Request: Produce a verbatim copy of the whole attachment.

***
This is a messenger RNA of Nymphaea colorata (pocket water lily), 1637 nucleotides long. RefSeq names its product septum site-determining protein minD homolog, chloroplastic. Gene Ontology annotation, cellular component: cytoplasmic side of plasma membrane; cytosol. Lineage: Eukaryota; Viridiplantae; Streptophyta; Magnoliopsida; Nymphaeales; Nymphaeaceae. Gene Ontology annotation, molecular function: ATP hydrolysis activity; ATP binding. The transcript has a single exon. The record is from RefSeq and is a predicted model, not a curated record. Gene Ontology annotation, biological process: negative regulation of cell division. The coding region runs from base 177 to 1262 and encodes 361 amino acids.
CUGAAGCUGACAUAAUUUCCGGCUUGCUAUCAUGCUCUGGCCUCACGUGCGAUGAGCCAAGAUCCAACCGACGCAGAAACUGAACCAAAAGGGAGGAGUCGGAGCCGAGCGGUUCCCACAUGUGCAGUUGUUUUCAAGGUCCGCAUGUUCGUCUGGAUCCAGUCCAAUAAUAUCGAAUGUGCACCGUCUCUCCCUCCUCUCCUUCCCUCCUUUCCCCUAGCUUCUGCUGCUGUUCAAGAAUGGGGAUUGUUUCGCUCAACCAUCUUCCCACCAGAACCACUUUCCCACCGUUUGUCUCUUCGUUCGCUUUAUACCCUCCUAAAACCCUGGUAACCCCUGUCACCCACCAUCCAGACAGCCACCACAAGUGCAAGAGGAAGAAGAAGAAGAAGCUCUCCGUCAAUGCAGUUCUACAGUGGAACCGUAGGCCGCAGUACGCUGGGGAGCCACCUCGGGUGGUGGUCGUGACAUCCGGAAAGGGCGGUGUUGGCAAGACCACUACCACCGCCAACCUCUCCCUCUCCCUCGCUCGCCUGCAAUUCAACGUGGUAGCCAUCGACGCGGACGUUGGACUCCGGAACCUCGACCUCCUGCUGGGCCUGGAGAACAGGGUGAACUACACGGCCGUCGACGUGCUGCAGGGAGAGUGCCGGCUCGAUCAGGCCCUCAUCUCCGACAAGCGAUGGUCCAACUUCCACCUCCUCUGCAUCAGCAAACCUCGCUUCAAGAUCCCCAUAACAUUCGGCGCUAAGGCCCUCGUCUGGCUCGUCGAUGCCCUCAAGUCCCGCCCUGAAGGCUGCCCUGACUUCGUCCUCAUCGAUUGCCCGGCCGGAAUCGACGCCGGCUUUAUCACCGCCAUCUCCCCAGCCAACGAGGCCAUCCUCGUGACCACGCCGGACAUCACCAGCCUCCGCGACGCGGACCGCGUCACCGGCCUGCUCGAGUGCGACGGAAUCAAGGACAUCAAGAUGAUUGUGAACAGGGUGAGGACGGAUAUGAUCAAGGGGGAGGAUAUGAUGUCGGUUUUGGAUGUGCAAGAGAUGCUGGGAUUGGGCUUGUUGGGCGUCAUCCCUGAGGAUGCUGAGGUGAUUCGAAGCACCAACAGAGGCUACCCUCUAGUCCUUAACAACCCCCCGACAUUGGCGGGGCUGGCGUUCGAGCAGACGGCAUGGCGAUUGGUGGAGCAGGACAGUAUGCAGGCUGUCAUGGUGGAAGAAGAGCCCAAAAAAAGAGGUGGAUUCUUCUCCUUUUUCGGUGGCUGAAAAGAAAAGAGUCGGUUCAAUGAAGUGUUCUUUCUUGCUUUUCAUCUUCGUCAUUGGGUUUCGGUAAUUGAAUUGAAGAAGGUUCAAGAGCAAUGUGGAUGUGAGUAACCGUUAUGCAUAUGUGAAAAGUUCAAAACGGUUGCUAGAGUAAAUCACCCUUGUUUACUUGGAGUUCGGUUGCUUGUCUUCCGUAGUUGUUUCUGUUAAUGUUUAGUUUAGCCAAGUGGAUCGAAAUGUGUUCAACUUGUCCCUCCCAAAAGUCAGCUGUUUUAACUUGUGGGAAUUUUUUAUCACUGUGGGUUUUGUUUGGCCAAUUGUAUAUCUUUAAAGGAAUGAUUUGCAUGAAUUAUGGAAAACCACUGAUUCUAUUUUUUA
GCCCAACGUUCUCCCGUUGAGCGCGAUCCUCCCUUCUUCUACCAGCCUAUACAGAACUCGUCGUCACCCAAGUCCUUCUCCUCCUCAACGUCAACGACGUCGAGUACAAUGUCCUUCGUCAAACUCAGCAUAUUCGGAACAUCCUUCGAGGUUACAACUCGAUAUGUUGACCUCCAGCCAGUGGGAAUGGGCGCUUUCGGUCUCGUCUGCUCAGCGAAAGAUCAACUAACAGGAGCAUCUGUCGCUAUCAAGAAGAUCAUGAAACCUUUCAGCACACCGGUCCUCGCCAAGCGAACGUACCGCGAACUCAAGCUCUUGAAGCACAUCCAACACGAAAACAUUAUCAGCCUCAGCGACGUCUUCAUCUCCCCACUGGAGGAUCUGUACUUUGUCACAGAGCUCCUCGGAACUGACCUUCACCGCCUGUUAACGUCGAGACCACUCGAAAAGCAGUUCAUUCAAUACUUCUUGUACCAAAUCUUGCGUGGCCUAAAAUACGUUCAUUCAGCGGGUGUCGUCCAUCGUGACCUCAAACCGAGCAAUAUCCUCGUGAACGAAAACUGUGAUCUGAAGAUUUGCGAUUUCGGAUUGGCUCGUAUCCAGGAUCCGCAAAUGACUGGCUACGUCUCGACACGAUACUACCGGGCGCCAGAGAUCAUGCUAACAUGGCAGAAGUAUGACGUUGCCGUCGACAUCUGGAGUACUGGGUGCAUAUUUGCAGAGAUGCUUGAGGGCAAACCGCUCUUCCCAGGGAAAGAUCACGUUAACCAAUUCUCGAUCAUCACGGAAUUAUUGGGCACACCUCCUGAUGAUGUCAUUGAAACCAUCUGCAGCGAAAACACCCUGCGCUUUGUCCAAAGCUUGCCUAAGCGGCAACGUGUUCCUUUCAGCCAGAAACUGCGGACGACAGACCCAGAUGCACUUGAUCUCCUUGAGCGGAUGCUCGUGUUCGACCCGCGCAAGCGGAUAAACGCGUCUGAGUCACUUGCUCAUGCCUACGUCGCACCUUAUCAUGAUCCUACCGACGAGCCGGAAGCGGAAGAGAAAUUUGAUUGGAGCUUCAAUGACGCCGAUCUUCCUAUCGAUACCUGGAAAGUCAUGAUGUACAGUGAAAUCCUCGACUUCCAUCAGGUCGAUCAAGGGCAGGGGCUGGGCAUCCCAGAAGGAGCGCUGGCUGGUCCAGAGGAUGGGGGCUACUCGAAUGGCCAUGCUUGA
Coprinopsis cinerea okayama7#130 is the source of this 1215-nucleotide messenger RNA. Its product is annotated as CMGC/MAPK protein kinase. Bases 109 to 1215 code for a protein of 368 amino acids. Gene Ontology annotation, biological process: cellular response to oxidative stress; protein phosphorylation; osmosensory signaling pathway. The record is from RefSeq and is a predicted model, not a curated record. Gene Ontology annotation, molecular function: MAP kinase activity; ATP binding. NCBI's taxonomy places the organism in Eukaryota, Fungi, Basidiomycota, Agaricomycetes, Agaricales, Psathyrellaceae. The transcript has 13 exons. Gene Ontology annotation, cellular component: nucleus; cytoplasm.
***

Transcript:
This is a messenger RNA of Nymphaea colorata (pocket water lily), 1637 nucleotides long. RefSeq names its product septum site-determining protein minD homolog, chloroplastic. Gene Ontology annotation, cellular component: cytoplasmic side of plasma membrane; cytosol. Lineage: Eukaryota; Viridiplantae; Streptophyta; Magnoliopsida; Nymphaeales; Nymphaeaceae. Gene Ontology annotation, molecular function: ATP hydrolysis activity; ATP binding. The transcript has a single exon. The record is from RefSeq and is a predicted model, not a curated record. Gene Ontology annotation, biological process: negative regulation of cell division. The coding region runs from base 177 to 1262 and encodes 361 amino acids.
CUGAAGCUGACAUAAUUUCCGGCUUGCUAUCAUGCUCUGGCCUCACGUGCGAUGAGCCAAGAUCCAACCGACGCAGAAACUGAACCAAAAGGGAGGAGUCGGAGCCGAGCGGUUCCCACAUGUGCAGUUGUUUUCAAGGUCCGCAUGUUCGUCUGGAUCCAGUCCAAUAAUAUCGAAUGUGCACCGUCUCUCCCUCCUCUCCUUCCCUCCUUUCCCCUAGCUUCUGCUGCUGUUCAAGAAUGGGGAUUGUUUCGCUCAACCAUCUUCCCACCAGAACCACUUUCCCACCGUUUGUCUCUUCGUUCGCUUUAUACCCUCCUAAAACCCUGGUAACCCCUGUCACCCACCAUCCAGACAGCCACCACAAGUGCAAGAGGAAGAAGAAGAAGAAGCUCUCCGUCAAUGCAGUUCUACAGUGGAACCGUAGGCCGCAGUACGCUGGGGAGCCACCUCGGGUGGUGGUCGUGACAUCCGGAAAGGGCGGUGUUGGCAAGACCACUACCACCGCCAACCUCUCCCUCUCCCUCGCUCGCCUGCAAUUCAACGUGGUAGCCAUCGACGCGGACGUUGGACUCCGGAACCUCGACCUCCUGCUGGGCCUGGAGAACAGGGUGAACUACACGGCCGUCGACGUGCUGCAGGGAGAGUGCCGGCUCGAUCAGGCCCUCAUCUCCGACAAGCGAUGGUCCAACUUCCACCUCCUCUGCAUCAGCAAACCUCGCUUCAAGAUCCCCAUAACAUUCGGCGCUAAGGCCCUCGUCUGGCUCGUCGAUGCCCUCAAGUCCCGCCCUGAAGGCUGCCCUGACUUCGUCCUCAUCGAUUGCCCGGCCGGAAUCGACGCCGGCUUUAUCACCGCCAUCUCCCCAGCCAACGAGGCCAUCCUCGUGACCACGCCGGACAUCACCAGCCUCCGCGACGCGGACCGCGUCACCGGCCUGCUCGAGUGCGACGGAAUCAAGGACAUCAAGAUGAUUGUGAACAGGGUGAGGACGGAUAUGAUCAAGGGGGAGGAUAUGAUGUCGGUUUUGGAUGUGCAAGAGAUGCUGGGAUUGGGCUUGUUGGGCGUCAUCCCUGAGGAUGCUGAGGUGAUUCGAAGCACCAACAGAGGCUACCCUCUAGUCCUUAACAACCCCCCGACAUUGGCGGGGCUGGCGUUCGAGCAGACGGCAUGGCGAUUGGUGGAGCAGGACAGUAUGCAGGCUGUCAUGGUGGAAGAAGAGCCCAAAAAAAGAGGUGGAUUCUUCUCCUUUUUCGGUGGCUGAAAAGAAAAGAGUCGGUUCAAUGAAGUGUUCUUUCUUGCUUUUCAUCUUCGUCAUUGGGUUUCGGUAAUUGAAUUGAAGAAGGUUCAAGAGCAAUGUGGAUGUGAGUAACCGUUAUGCAUAUGUGAAAAGUUCAAAACGGUUGCUAGAGUAAAUCACCCUUGUUUACUUGGAGUUCGGUUGCUUGUCUUCCGUAGUUGUUUCUGUUAAUGUUUAGUUUAGCCAAGUGGAUCGAAAUGUGUUCAACUUGUCCCUCCCAAAAGUCAGCUGUUUUAACUUGUGGGAAUUUUUUAUCACUGUGGGUUUUGUUUGGCCAAUUGUAUAUCUUUAAAGGAAUGAUUUGCAUGAAUUAUGGAAAACCACUGAUUCUAUUUUUUA
GCCCAACGUUCUCCCGUUGAGCGCGAUCCUCCCUUCUUCUACCAGCCUAUACAGAACUCGUCGUCACCCAAGUCCUUCUCCUCCUCAACGUCAACGACGUCGAGUACAAUGUCCUUCGUCAAACUCAGCAUAUUCGGAACAUCCUUCGAGGUUACAACUCGAUAUGUUGACCUCCAGCCAGUGGGAAUGGGCGCUUUCGGUCUCGUCUGCUCAGCGAAAGAUCAACUAACAGGAGCAUCUGUCGCUAUCAAGAAGAUCAUGAAACCUUUCAGCACACCGGUCCUCGCCAAGCGAACGUACCGCGAACUCAAGCUCUUGAAGCACAUCCAACACGAAAACAUUAUCAGCCUCAGCGACGUCUUCAUCUCCCCACUGGAGGAUCUGUACUUUGUCACAGAGCUCCUCGGAACUGACCUUCACCGCCUGUUAACGUCGAGACCACUCGAAAAGCAGUUCAUUCAAUACUUCUUGUACCAAAUCUUGCGUGGCCUAAAAUACGUUCAUUCAGCGGGUGUCGUCCAUCGUGACCUCAAACCGAGCAAUAUCCUCGUGAACGAAAACUGUGAUCUGAAGAUUUGCGAUUUCGGAUUGGCUCGUAUCCAGGAUCCGCAAAUGACUGGCUACGUCUCGACACGAUACUACCGGGCGCCAGAGAUCAUGCUAACAUGGCAGAAGUAUGACGUUGCCGUCGACAUCUGGAGUACUGGGUGCAUAUUUGCAGAGAUGCUUGAGGGCAAACCGCUCUUCCCAGGGAAAGAUCACGUUAACCAAUUCUCGAUCAUCACGGAAUUAUUGGGCACACCUCCUGAUGAUGUCAUUGAAACCAUCUGCAGCGAAAACACCCUGCGCUUUGUCCAAAGCUUGCCUAAGCGGCAACGUGUUCCUUUCAGCCAGAAACUGCGGACGACAGACCCAGAUGCACUUGAUCUCCUUGAGCGGAUGCUCGUGUUCGACCCGCGCAAGCGGAUAAACGCGUCUGAGUCACUUGCUCAUGCCUACGUCGCACCUUAUCAUGAUCCUACCGACGAGCCGGAAGCGGAAGAGAAAUUUGAUUGGAGCUUCAAUGACGCCGAUCUUCCUAUCGAUACCUGGAAAGUCAUGAUGUACAGUGAAAUCCUCGACUUCCAUCAGGUCGAUCAAGGGCAGGGGCUGGGCAUCCCAGAAGGAGCGCUGGCUGGUCCAGAGGAUGGGGGCUACUCGAAUGGCCAUGCUUGA
Coprinopsis cinerea okayama7#130 is the source of this 1215-nucleotide messenger RNA. Its product is annotated as CMGC/MAPK protein kinase. Bases 109 to 1215 code for a protein of 368 amino acids. Gene Ontology annotation, biological process: cellular response to oxidative stress; protein phosphorylation; osmosensory signaling pathway. The record is from RefSeq and is a predicted model, not a curated record. Gene Ontology annotation, molecular function: MAP kinase activity; ATP binding. NCBI's taxonomy places the organism in Eukaryota, Fungi, Basidiomycota, Agaricomycetes, Agaricales, Psathyrellaceae. The transcript has 13 exons. Gene Ontology annotation, cellular component: nucleus; cytoplasm.